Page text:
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How will it end? Portugal seeks bailout closure

Wednesday - 12/4/2013, 4:23pm  ET

In this picture taken Nov. 29 2013, a cargo ship sails up the Tagus river as the sun rises at Lisbon's Santa Apolonia docks. The European Commission predicts Portugal will return to growth next year, but only at a rate of 0.8 percent, and exports grew almost 10 percent over the 12 months to last September. (AP Photo/Francisco Seco)

Associated Press

LISBON, Portugal (AP) -- Portugal wants to look like Ireland, but it can't disguise its resemblance to Greece.

Inspectors from Portugal's bailout creditors arrive in Lisbon on Wednesday for a regular check of the country's fiscal health and its compliance with the stipulations of the 78 billion euro ($106 billion) financial rescue it received in 2011.

As in Ireland and Greece, which got bailouts the year before Portugal, the agreement demanded steep spending cuts and an economic makeover -- part of a continental effort to persuade wary investors to resume lending to some of the eurozone's debt-heavy countries.

With about six months to go before Portugal's rescue cash runs out, it's still unclear whether the Portuguese will be able to make it on their own after June.

The government insists it can follow the same path as Ireland, which will unhook itself from foreign financial support this month. But hurdles remain that could compel Portugal to ask for more help, like Greece did when it got a second bailout, and prolong Europe's debt woes.

Here is a look at some of Portugal's difficulties.


To woo hard-nosed investors, the country's financial figures have to look good. Though Portugal's numbers have improved, they're still not very seductive.

The interest rate Portugal has to pay holders of its 10-year bonds -- regarded as a reflection of investor confidence in the country -- is around 6 percent. That is too expensive in the long term for Portugal, though far better than the 17 percent that compelled Lisbon to ask for help. Germany, by contrast, pays less than 2 percent. Portugal's credit rating is still classified as junk by the three main rating agencies.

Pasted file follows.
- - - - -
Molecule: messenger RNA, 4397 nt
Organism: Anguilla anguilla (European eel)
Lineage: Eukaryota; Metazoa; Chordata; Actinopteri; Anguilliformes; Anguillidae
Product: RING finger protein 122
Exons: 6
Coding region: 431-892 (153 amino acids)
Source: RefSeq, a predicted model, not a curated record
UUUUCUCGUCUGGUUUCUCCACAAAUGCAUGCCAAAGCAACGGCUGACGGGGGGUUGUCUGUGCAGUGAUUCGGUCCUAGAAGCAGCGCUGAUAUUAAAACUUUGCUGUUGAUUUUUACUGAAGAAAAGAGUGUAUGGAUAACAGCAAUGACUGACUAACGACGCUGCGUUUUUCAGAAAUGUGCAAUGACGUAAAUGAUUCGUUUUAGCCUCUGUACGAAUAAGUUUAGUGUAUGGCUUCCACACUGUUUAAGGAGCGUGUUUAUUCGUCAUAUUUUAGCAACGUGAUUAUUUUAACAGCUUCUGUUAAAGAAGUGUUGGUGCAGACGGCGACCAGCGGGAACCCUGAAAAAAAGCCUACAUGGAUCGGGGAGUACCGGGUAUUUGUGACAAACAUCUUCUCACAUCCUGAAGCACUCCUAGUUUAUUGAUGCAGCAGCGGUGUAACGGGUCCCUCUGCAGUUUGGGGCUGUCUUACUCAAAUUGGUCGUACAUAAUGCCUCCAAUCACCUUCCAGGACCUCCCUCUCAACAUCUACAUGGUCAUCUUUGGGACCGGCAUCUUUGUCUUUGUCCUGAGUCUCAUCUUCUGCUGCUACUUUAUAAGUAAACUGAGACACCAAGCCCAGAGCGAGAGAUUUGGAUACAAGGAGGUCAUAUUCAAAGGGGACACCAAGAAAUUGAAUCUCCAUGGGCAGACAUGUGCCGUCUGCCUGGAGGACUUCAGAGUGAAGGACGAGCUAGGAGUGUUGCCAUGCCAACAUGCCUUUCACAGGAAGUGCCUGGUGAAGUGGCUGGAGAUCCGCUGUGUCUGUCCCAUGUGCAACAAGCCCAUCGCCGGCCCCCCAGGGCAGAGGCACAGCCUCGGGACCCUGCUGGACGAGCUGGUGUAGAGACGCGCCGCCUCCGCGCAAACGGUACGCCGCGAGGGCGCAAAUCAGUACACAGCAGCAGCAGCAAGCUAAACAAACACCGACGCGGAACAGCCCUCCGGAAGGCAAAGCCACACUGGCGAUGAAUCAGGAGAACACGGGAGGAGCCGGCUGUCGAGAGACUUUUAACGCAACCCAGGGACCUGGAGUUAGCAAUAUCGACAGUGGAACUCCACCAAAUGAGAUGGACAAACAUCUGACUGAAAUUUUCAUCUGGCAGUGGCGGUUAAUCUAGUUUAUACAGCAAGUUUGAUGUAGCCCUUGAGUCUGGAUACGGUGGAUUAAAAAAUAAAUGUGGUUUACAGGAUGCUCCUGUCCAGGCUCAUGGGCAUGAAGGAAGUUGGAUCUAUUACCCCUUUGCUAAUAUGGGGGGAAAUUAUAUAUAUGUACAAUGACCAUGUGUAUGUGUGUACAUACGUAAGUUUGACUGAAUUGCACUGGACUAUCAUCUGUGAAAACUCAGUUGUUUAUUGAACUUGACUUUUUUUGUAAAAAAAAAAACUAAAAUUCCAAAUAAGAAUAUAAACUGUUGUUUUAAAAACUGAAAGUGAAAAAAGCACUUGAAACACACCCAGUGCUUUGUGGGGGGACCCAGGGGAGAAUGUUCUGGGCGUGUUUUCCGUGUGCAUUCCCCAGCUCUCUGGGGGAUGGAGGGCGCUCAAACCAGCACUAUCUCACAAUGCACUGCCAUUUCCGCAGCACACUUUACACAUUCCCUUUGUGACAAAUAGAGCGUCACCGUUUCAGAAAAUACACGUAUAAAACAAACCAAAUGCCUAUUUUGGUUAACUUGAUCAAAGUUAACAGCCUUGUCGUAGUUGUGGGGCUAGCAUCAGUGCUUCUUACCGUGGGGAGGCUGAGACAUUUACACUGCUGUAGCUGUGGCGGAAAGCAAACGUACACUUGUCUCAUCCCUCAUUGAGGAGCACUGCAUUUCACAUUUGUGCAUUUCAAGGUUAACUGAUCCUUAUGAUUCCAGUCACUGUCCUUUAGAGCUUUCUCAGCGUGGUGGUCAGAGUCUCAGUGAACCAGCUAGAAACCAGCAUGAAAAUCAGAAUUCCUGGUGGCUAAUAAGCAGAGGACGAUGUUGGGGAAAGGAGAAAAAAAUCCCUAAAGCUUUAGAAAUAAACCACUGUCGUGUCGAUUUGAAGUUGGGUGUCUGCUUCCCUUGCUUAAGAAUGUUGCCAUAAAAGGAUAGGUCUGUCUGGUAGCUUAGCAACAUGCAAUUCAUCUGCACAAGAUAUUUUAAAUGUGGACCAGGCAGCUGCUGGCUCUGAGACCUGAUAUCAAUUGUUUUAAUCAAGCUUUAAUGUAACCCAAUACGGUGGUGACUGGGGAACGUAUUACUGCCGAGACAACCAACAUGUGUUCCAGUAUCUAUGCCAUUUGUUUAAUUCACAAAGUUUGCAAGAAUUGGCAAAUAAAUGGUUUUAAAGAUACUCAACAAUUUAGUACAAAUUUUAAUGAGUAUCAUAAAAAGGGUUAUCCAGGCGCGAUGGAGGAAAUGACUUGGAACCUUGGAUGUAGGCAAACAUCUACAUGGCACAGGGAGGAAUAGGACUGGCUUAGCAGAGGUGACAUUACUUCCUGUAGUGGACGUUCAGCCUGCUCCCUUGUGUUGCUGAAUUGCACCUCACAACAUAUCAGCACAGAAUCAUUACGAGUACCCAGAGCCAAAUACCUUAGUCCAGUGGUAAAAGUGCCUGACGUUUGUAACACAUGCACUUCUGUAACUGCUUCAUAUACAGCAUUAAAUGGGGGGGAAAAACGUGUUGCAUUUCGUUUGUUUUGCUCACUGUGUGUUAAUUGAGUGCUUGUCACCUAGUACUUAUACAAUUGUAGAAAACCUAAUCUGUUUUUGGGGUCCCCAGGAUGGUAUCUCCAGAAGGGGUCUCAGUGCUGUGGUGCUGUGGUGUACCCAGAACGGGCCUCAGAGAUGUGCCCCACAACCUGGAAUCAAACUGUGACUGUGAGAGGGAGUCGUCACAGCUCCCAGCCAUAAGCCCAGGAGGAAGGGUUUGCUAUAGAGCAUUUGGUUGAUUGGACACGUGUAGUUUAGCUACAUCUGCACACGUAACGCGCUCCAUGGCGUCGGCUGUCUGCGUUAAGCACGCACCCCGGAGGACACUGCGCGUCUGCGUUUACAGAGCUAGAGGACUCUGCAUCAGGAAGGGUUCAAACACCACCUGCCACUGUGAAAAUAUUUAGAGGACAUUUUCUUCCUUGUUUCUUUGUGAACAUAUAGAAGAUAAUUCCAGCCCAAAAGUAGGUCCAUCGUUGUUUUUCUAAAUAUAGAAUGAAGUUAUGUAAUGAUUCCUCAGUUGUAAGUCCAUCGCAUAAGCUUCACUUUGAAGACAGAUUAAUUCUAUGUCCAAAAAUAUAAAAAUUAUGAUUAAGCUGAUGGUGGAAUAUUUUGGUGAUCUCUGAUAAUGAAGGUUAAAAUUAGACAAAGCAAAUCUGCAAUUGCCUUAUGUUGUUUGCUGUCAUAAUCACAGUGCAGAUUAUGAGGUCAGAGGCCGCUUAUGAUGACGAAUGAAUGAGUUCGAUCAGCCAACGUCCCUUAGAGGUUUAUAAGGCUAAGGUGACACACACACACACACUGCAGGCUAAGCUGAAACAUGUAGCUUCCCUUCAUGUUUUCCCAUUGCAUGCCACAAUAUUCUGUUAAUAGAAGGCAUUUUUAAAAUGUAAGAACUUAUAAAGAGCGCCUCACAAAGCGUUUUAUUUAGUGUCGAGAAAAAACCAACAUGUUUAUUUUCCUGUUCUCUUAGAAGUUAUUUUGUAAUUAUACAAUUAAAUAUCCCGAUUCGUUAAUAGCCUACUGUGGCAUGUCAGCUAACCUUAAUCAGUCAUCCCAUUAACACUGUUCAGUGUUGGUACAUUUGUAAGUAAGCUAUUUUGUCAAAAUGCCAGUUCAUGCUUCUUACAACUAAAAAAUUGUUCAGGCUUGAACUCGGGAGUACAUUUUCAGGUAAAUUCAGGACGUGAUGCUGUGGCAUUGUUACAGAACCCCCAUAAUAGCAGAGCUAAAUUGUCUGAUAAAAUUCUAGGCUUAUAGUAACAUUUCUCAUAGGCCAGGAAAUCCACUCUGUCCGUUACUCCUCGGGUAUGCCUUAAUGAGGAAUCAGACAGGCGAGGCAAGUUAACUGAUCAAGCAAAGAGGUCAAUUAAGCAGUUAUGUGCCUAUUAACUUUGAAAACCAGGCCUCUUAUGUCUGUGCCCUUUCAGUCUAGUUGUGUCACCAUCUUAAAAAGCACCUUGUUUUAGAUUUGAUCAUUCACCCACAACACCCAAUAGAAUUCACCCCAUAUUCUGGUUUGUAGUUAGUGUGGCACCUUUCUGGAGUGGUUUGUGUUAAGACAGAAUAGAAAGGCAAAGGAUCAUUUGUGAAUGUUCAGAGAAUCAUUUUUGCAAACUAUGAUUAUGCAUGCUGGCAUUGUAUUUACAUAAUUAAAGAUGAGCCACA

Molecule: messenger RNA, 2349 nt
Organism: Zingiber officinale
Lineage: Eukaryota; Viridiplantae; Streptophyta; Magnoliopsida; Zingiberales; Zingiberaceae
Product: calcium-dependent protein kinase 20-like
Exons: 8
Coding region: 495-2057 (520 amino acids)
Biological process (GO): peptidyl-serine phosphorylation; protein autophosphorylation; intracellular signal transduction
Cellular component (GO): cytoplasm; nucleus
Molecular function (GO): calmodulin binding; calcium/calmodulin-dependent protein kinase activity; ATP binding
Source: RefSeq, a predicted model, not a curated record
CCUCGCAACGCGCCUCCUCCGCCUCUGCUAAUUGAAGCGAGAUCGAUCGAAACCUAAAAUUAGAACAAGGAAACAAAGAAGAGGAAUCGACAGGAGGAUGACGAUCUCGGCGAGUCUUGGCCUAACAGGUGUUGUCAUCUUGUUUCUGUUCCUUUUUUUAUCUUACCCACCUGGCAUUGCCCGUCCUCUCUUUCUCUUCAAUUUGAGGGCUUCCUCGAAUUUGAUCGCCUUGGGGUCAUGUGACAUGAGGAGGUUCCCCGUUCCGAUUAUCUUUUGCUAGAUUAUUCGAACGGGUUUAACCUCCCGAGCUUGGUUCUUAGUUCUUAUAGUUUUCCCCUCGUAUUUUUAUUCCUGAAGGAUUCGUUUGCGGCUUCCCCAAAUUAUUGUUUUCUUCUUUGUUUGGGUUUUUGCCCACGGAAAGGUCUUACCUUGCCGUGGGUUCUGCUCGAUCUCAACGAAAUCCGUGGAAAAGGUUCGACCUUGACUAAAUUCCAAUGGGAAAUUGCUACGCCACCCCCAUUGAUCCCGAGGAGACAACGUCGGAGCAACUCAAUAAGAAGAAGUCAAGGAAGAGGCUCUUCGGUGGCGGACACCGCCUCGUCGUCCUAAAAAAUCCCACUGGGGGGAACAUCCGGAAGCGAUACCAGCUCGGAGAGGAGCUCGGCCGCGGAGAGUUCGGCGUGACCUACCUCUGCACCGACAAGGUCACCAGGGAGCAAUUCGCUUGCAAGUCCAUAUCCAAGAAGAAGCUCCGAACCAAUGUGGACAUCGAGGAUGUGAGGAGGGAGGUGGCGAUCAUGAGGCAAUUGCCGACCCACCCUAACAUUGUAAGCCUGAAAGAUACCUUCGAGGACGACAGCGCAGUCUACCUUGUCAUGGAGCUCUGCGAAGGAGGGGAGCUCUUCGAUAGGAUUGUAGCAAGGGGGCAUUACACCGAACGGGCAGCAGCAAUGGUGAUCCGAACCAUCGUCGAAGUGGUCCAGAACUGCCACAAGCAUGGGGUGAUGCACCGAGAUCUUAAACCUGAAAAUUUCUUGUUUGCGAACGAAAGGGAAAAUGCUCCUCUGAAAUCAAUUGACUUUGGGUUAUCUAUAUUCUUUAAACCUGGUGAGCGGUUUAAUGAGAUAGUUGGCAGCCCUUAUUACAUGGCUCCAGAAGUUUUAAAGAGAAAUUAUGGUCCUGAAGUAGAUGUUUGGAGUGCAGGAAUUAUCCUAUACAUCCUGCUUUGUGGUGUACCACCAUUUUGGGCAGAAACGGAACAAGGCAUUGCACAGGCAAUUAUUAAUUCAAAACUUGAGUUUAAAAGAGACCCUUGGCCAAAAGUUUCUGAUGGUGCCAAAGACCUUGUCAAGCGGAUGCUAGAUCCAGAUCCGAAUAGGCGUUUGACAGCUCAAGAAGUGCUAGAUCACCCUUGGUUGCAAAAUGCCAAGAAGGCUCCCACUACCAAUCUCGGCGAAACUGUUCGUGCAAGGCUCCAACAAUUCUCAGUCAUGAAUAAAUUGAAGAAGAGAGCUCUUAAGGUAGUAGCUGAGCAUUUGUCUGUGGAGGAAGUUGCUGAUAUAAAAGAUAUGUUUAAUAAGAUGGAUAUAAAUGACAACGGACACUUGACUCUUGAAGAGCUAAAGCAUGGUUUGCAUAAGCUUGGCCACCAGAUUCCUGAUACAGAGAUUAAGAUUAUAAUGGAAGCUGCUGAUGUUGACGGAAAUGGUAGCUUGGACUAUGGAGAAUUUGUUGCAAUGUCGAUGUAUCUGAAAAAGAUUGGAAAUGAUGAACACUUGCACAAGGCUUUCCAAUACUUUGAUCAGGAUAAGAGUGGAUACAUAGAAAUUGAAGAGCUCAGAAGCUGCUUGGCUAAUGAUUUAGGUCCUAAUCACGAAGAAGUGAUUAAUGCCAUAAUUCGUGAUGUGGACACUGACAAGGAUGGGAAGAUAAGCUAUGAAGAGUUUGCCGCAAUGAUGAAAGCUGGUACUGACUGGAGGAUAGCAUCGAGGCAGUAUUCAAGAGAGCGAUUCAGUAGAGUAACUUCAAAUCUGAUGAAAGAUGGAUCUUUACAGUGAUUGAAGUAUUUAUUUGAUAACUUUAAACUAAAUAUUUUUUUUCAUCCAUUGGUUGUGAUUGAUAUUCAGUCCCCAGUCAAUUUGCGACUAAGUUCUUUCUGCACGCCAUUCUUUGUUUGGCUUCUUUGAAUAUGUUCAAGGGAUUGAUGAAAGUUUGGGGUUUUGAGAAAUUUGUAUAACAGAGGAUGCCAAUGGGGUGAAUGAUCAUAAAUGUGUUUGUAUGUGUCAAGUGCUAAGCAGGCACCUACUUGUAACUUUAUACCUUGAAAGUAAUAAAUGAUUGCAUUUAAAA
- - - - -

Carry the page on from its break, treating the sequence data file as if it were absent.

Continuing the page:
Budget deficit targets for this and next year were eased as a deep recession extended into a third year in 2013, prompting fears that Portugal, like Greece, was straying off the recovery track. The deficit fell to 6.4 percent of gross domestic product last year, down from 10.1 percent in 2010 but still a way off the desired 3 percent, now the target for 2015.

Unemployment is at 15.7 percent, and the European Commission forecasts it will climb to 17.7 percent next year. Government debt is expected to peak at almost 128 percent of GDP this year, the third highest in the European Union.

The bright spots: The European Commission predicts Portugal will return to growth next year, but only at a rate of 0.8 percent, and exports grew almost 10 percent over the 12 months to last September.


All three of Portugal's main political parties gave their blessing to the initial bailout agreement in a sign of broad consensus welcomed by creditors. But the unity came apart as austerity policies brought hardship.

The center-right coalition government and the main opposition center-left Socialist party are now at loggerheads.

Prime Minister Pedro Passos Coelho says that by abiding by the terms of the bailout his government is creating a nimbler, stronger economy. Socialist leader Antonio Jose Seguro says the austerity measures are corroding the economy and the welfare state.

An early summer political crisis, which saw the finance minister and foreign minister resign in a spat over the scale of austerity, rattled financial markets.

The government has a majority in Parliament that allows it to pass the bailout measures. Its political capital is depleted, however, as this fall it has faced another uptick in strikes and protests.

After sales tax jumped to 23 percent from 13 percent in 2011, and after what the government conceded was an "enormous" increase in personal income taxes this year, more chafing austerity is due in 2014.

Unlike the rioting in Athens, protests in Portugal have been peaceful like those in Dublin. Even so, a demonstration by police that broke through a cordon around Parliament this month suggested the government is skating on thin ice.


Portugal's Constitutional Court has been the government's bugbear.

Its 13 judges have four times in two years disallowed planned cuts, leaving the government with budget holes amounting to some 1.7 billion euros.

Another standoff is looming: the judges are expected to rule by the end of the year on the legality of cuts to the pension entitlements of government workers, and of widows and widowers. That's another 800 million euros of savings at risk in the 2014 budget.

Ricardo Mamede, a Lisbon University professor of political economics, sees a bigger threat from the slowness of European Union leaders to enact new financial rules that might prevent a repeat of the crisis. Proposals such as establishing procedures for saving troubled banks have fallen foul of political quarrelling as member countries fret about surrendering sovereignty.

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